It was obviously a sign that vampires are real!!! Vlad has Risen! You were on his victims list as an evil atheist, but being kind to a bat has saved the lives of you and yours!

        • Jenny Haniver
          Posted March 31, 2018 at 9:36 pm | Permalink

          I’m envious, too. I once had a very beautiful and mysterious interaction with a giant Egyptian fruit bat inside the Great Pyramid, where, thanks to my aquaintence with some Egyptologists, I was able to spend the night (just to trip, and half-hoping to become Bride of the Mummy, have a ‘mystical experience’ or something). In the wee hours, I was standing at the top of the Grand Staircase with an Egyptologist,when a huge bat flew rather languidly up the corridor. When it reached our location, it slowly circled us several times, growing closer with each gyre. I was absolutely enchanted. I had no idea what was going on, but it was beautiful, I felt there was some friendly communication (though that may have just been my imagination) and I wanted to see what would happen; but my companion waved it off, and it wheeled and flew just as languidly back down the corridor and out of sight. That was a mystical experience — not a transcendental mystical experience, but mystical as in mysterious and ineffable, even though the totality of the experience was aborted by the wave of my companion’s hand.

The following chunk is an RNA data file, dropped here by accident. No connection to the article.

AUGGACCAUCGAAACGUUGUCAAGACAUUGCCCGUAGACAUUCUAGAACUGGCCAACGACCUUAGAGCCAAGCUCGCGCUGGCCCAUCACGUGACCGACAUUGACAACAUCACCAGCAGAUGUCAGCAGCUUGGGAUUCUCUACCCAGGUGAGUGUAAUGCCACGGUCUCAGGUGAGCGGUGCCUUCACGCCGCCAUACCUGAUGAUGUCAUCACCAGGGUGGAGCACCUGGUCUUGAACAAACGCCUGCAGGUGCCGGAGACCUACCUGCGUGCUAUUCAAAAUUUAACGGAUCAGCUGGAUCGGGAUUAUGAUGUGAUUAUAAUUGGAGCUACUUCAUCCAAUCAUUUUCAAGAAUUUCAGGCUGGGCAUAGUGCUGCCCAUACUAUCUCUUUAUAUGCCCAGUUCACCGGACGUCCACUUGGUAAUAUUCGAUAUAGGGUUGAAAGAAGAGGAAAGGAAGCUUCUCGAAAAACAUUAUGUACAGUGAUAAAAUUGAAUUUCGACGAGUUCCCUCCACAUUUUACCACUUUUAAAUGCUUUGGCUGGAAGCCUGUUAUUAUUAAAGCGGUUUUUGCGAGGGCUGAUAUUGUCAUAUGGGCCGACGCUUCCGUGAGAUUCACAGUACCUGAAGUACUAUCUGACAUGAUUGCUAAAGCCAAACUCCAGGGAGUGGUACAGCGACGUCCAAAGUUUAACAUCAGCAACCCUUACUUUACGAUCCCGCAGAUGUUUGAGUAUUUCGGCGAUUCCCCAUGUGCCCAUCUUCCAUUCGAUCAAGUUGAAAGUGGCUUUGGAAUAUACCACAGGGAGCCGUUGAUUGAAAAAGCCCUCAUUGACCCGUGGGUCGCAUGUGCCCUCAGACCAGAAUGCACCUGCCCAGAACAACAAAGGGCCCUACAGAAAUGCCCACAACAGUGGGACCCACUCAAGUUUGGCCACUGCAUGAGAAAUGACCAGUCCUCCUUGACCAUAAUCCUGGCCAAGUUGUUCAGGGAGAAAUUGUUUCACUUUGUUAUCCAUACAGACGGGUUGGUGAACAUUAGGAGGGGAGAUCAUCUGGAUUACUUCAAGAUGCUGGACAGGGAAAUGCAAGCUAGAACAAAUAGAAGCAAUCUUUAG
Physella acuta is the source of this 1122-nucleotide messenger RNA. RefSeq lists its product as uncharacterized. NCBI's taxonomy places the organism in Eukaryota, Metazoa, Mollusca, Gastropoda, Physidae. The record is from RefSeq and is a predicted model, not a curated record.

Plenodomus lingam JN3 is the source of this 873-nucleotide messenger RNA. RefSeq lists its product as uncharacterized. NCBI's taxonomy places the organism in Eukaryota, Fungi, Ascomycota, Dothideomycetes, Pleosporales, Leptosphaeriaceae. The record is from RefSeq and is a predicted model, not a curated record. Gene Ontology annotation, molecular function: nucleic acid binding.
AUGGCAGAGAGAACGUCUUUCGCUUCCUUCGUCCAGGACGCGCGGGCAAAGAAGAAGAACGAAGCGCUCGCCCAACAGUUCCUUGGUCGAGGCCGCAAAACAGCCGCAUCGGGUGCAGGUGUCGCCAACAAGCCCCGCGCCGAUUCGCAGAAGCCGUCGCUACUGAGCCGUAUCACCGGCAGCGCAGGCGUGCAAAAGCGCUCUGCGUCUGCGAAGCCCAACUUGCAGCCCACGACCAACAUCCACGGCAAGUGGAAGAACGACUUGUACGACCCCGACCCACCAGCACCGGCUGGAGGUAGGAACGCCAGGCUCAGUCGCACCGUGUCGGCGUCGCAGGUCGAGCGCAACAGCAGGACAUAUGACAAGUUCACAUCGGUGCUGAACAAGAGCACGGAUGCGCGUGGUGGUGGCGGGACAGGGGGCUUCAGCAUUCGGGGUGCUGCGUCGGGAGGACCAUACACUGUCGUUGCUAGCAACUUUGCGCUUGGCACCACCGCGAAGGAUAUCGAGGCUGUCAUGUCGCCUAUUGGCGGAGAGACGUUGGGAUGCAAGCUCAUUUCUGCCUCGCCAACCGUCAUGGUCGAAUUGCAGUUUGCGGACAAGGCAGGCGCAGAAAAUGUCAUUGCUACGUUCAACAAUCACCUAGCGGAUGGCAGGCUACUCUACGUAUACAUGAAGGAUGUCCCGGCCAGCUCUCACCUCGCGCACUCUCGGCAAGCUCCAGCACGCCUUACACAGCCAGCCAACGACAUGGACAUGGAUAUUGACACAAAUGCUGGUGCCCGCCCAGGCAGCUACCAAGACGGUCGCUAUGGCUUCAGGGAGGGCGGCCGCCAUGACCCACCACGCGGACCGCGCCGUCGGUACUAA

• Heather Hastie
            Posted March 31, 2018 at 9:50 pm | Permalink

            Wow! That must have been so cool! Jealousy now in overdrive! 😀

          • Posted April 1, 2018 at 3:16 am | Permalink

            It would have been Rousettus – the Egyptian Tomb Bat – the only megabat in that region, and it likes cool places to roost – like tombs. (Hence the French name for megabats – “Rousettes”) Bats of the genus Rousettus (they are found in Indonesia as well) are unusual in the Megabats – that they use a simple form of sonar – ‘clicking’ (as do some blind people and a number of birds) – no relation to the complex ultrasound echolocation used by microbats.